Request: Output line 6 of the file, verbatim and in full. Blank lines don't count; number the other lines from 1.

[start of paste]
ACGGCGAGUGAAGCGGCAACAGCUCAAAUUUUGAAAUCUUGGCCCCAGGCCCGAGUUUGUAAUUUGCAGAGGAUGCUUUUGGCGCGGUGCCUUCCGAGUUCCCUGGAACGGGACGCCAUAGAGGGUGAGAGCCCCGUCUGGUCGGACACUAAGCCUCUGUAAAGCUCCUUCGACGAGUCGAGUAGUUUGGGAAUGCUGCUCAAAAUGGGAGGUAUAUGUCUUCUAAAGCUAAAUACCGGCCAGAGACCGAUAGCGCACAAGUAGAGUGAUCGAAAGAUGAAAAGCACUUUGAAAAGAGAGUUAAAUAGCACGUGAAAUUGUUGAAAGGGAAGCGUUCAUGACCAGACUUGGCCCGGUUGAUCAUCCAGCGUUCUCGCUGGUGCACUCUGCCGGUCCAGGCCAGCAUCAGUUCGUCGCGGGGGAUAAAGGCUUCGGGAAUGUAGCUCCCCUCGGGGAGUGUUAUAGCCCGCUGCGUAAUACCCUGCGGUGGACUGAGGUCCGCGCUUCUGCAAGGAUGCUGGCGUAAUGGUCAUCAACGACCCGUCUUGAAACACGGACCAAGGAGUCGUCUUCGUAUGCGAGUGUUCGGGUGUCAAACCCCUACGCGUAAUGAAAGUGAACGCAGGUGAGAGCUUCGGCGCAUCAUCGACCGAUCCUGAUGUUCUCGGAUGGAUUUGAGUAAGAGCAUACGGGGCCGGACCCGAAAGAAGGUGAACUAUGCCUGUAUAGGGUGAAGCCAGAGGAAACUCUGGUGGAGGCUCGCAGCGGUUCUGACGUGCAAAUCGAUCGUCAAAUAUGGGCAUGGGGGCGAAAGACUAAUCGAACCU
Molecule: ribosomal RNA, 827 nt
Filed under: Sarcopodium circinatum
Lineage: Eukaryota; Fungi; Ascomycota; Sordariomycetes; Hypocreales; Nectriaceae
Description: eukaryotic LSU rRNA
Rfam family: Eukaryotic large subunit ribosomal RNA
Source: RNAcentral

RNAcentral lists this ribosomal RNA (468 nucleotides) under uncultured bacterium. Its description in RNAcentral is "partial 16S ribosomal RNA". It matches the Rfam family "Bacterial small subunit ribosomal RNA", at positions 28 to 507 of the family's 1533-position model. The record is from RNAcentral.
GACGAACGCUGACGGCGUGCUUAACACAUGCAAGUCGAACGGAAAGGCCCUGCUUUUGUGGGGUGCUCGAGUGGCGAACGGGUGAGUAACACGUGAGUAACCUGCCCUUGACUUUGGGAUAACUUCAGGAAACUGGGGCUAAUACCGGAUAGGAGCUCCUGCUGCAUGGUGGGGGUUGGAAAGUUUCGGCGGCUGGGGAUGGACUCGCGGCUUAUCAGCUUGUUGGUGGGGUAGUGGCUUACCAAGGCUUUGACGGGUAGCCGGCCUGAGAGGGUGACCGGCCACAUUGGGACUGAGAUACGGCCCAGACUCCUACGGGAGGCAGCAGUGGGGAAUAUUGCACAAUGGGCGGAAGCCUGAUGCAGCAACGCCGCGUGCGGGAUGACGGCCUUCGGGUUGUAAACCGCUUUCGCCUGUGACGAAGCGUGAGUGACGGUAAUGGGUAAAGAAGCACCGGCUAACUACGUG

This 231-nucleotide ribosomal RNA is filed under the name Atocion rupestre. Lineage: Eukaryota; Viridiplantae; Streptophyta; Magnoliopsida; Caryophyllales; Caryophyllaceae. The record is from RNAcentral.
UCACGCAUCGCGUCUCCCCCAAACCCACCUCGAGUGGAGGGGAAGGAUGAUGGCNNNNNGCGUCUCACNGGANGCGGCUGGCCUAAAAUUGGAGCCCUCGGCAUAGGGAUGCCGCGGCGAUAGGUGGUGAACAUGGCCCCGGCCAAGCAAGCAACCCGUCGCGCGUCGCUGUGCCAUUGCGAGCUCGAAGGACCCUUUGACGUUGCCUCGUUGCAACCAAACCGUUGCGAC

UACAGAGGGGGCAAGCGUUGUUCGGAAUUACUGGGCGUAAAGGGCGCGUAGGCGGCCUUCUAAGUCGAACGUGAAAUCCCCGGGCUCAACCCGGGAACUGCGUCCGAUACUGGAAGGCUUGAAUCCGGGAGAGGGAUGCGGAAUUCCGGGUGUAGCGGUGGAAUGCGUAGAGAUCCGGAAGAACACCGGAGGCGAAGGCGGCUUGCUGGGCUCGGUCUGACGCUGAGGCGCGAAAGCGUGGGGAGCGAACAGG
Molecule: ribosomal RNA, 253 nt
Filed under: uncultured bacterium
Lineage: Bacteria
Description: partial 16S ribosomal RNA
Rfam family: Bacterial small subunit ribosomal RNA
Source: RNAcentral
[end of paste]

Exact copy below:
Rfam family: Eukaryotic large subunit ribosomal RNA